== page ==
Gniezno Doors

The monument decorated with bas-reliefs presents the story of life the Polish martyr, St. Adalbert. It is a masterpiece of Romanesque style unique in Europe.

The famous Doors can be found the Gniezno Cathedral, where many historical events important to Poland took place. Coronations of the first kings were held in it. The remains of St. Adalbert, one of the three major Catholic patron saints of Poland, beside St. Stanislaus and Blessed Virgin Mary the Queen of Poland, were rested there.

The figure of this saint creates an extremely important chapter in the Polish history. Due to a conflict with the ruler of the Bohemia, Adalbert, the Bishop of Prague, left his homeland and found refuge at the court of the Polish King Boleslaw the Brave. There, he undertook a mission to spread Christianity in the pagan tribe of Prussians, which neighboured the Polish territories. His expedition ended with a martyr's death. Polish King bought the bishop's body from the Prussians and buried it in Gniezno, creating thereby a sanctuary of the martyr. Soon, the burial place of Bishop Adalbert became famous with miracles. In 998, he was canonized and recognized as the first patron of Poland. In 1000, the German emperor Otto III made a pilgrimage to his tomb, resulting in the creation of the archbishopric of Gniezno, the first capital of Poland.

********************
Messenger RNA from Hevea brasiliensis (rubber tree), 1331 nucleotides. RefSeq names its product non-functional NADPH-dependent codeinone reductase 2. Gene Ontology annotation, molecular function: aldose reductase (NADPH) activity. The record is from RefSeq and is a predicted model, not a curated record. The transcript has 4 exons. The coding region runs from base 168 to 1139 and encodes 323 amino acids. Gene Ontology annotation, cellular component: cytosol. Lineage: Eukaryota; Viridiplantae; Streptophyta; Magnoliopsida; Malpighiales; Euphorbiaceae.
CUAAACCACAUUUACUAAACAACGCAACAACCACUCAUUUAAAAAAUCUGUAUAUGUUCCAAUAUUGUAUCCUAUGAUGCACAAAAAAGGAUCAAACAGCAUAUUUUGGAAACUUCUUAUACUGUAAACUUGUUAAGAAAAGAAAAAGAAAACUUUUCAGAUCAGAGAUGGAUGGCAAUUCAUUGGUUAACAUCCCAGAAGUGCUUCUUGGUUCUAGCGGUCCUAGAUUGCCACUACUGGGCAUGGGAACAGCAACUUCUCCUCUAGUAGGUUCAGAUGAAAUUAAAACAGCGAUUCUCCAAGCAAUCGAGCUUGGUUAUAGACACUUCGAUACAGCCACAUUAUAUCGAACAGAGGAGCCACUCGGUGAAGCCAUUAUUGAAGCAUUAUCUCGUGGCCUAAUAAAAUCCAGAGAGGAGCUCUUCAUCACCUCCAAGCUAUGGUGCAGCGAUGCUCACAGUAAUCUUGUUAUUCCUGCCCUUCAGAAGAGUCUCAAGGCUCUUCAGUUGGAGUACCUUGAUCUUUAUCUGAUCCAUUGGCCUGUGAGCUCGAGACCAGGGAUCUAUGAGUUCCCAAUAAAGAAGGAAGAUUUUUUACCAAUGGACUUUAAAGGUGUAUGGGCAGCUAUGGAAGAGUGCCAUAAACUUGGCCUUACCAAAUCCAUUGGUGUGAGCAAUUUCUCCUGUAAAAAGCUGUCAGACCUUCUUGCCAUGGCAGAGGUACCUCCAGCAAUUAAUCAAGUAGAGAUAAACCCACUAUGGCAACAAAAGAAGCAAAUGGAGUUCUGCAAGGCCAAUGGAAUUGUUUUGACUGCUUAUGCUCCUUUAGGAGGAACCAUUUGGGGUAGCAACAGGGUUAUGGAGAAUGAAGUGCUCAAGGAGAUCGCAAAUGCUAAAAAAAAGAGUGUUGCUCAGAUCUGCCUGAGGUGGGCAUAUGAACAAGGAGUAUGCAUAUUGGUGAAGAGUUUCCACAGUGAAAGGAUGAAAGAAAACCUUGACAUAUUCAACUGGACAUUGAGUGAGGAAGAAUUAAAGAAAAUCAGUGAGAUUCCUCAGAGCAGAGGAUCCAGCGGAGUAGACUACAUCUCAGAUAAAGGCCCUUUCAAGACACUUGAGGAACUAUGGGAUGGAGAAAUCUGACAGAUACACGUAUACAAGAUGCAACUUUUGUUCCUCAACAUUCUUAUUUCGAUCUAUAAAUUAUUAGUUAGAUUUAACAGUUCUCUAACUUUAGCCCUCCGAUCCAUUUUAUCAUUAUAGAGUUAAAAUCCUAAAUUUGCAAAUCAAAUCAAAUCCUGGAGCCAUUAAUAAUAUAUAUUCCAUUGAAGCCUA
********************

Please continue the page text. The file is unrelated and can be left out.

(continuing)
In the twelfth century, the cult of St. Adalbert intensified and the creation of the Gniezno Doors is dated back to this period. This precious sacral monument was made around 1175, during the reign of Mieszko III the Old. The doors consist of two leaves cast of bronze. The left one depicts the life of St. Adalbert from his birth to the stay in a monastery in Italy, and the right one – his activity in Poland, mission at the Prussians', martyrdom and putting the remains in the grave. Both leaves are decorated with floral ornaments and figures of exotic animals and mythological monsters. It is not known who commissioned the door or who was its author.